NASA SBIR 2015 Solicitation


PROPOSAL NUMBER: 15-2 H2.04-9987
SUBTOPIC TITLE: Cryogenic Fluid Management for In-Space Transportation
PROPOSAL TITLE: Light Weight Spherical Cryotank

SMALL BUSINESS CONCERN (Firm Name, Mail Address, City/State/Zip, Phone)
Gloyer-Taylor Laboratories, LLC
112 Mitchell Boulevard
Tullahoma, TN 37388 - 4002
(931) 455-7333

PRINCIPAL INVESTIGATOR/PROJECT MANAGER (Name, E-mail, Mail Address, City/State/Zip, Phone)
Zachary Taylor
41548 Eastman Drive Unit A
Murrieta, CA 92562 - 7051
(951) 600-9999

CORPORATE/BUSINESS OFFICIAL (Name, E-mail, Mail Address, City/State/Zip, Phone)
Paul Gloyer
112 Mitchell Boulevard
Tullahoma, TN 37388 - 4002
(931) 455-7333

Estimated Technology Readiness Level (TRL) at beginning and end of contract:
Begin: 4
End: 5

Technology Available (TAV) Subtopics
Cryogenic Fluid Management for In-Space Transportation is a Technology Available (TAV) subtopic that includes NASA Intellectual Property (IP). Do you plan to use the NASA IP under the award?

TECHNICAL ABSTRACT (Limit 2000 characters, approximately 200 words)
BHL? technology offers the means to reduce the mass of cryogenic propellant tanks by 75% relative to state-of-the-art metal tanks. Since propellant tanks are generally the largest individual mass item on a launch vehicle or spacecraft, this mass savings of this magnitude can have profound effect on vehicle performance. A conceptual design of a spherical BHL cryotank for the NASA Morpheus Lander shows an 80% reduction in mass from the existing aluminum cryotanks. Replacing all four metal tanks on Morpheus with BHL cryotanks would provide the lander with more than 15% additional ∆V.
In the Phase II effort, GTL will develop a spherical BHL cryotank suitable for use on the Morpheus lander. This will include fabrication and testing of a full scale (48? diameter) developmental unit, followed by the fabrication and delivery of a prototype spherical BHL cryotank. This effort will also demonstrate the capability to integrate propellant management devices into the spherical BHL cryotank.

POTENTIAL NASA COMMERCIAL APPLICATIONS (Limit 1500 characters, approximately 150 words)
The immediate application for the 48? diameter spherical BHL cryotank is on NASA?s Morpheus Lander. Replacing the existing metal tanks on Morpheus with BHL cryotanks would reduce tank mass by 75%, which would translate into more than 15% additional ∆V.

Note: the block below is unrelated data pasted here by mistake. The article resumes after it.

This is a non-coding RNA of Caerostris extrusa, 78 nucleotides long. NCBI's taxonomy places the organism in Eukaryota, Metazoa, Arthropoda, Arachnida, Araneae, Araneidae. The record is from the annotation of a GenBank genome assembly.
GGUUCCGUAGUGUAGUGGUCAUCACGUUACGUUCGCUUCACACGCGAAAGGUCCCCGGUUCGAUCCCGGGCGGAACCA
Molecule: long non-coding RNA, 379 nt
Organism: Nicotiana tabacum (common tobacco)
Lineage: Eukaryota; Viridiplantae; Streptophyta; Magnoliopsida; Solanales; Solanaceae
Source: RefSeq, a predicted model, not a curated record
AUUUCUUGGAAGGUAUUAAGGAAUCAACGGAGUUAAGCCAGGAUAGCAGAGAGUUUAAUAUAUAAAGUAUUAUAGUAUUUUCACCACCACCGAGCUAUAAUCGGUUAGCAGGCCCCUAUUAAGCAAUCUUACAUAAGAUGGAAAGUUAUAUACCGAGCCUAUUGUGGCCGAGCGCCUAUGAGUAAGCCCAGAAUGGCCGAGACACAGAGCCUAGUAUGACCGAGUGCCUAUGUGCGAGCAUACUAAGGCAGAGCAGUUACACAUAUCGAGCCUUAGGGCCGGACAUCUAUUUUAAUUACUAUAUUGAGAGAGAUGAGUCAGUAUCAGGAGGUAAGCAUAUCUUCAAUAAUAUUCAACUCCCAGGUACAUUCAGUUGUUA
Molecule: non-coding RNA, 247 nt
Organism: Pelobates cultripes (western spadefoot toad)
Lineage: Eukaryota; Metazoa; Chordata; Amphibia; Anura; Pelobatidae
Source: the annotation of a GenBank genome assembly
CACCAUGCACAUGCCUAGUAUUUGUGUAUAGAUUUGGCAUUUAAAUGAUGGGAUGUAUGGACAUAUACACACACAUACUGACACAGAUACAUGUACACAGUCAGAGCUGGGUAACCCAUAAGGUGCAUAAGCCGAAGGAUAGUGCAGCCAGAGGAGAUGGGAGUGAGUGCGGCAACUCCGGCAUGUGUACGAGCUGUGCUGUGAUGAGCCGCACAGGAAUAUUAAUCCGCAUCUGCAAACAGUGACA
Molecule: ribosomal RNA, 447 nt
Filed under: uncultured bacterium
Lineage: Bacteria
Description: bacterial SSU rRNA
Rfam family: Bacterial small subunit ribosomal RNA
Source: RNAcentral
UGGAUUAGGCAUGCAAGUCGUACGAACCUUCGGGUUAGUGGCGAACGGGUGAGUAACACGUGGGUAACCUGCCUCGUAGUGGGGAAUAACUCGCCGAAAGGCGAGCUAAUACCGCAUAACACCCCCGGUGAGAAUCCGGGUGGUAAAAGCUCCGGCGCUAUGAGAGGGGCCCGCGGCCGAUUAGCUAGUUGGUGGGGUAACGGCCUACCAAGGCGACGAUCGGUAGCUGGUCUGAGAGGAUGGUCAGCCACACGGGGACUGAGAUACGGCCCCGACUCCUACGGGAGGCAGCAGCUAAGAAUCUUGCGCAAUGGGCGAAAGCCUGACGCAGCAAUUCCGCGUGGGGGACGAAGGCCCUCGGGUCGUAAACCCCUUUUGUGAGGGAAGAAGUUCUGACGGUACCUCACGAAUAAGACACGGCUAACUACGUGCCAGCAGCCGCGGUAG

NASA?s Cryogenic Propellant Storage and Transfer project (CPST) could benefit from the reduced mass of spherical BHL cryotanks and the long-term cryogenic propellant storage potential. The BHL cryotank technology could also be used to upgrade the NASA Space Launch System (SLS). If implemented for the entire vehicle, SLS could potentially deliver double the payload of the current design.

POTENTIAL NON-NASA COMMERCIAL APPLICATIONS (Limit 1500 characters, approximately 150 words)
The BHL technology provides performance benefits to a wide spectrum of industries and applications by offering a light weight alternative for transporting cryogenic propellants. A leading application for BHL technology is liquid natural gas (LNG) storage and transportation. All LNG is currently transported using ships, train cars, or trucks over the road using massive double walled metal tanks to transport the LNG. Using a cryogenic-compatible BHL composite, the overall weights of these transportations methods could be reduced, greatly cutting shipping costs.
One of the most significant sectors for BHL commercialization is in launch vehicles (commercial, military and NASA). Traditionally, metal propellant tanks are the most massive components in a launch vehicle and constrain vehicle performance. When BHL cryotanks are substituted for metal tanks in conventional launch vehicles, the mass savings would double the launch vehicle performance.

TECHNOLOGY TAXONOMY MAPPING (NASA's technology taxonomy has been developed by the SBIR-STTR program to disseminate awareness of proposed and awarded R/R&D in the agency. It is a listing of over 100 technologies, sorted into broad categories, of interest to NASA.)
Cryogenic/Fluid Systems
Pressure & Vacuum Systems
Space Transportation & Safety
Spacecraft Design, Construction, Testing, & Performance (see also Engineering; Testing & Evaluation)
Vehicles (see also Autonomous Systems)

Form Generated on 03-10-16 12:21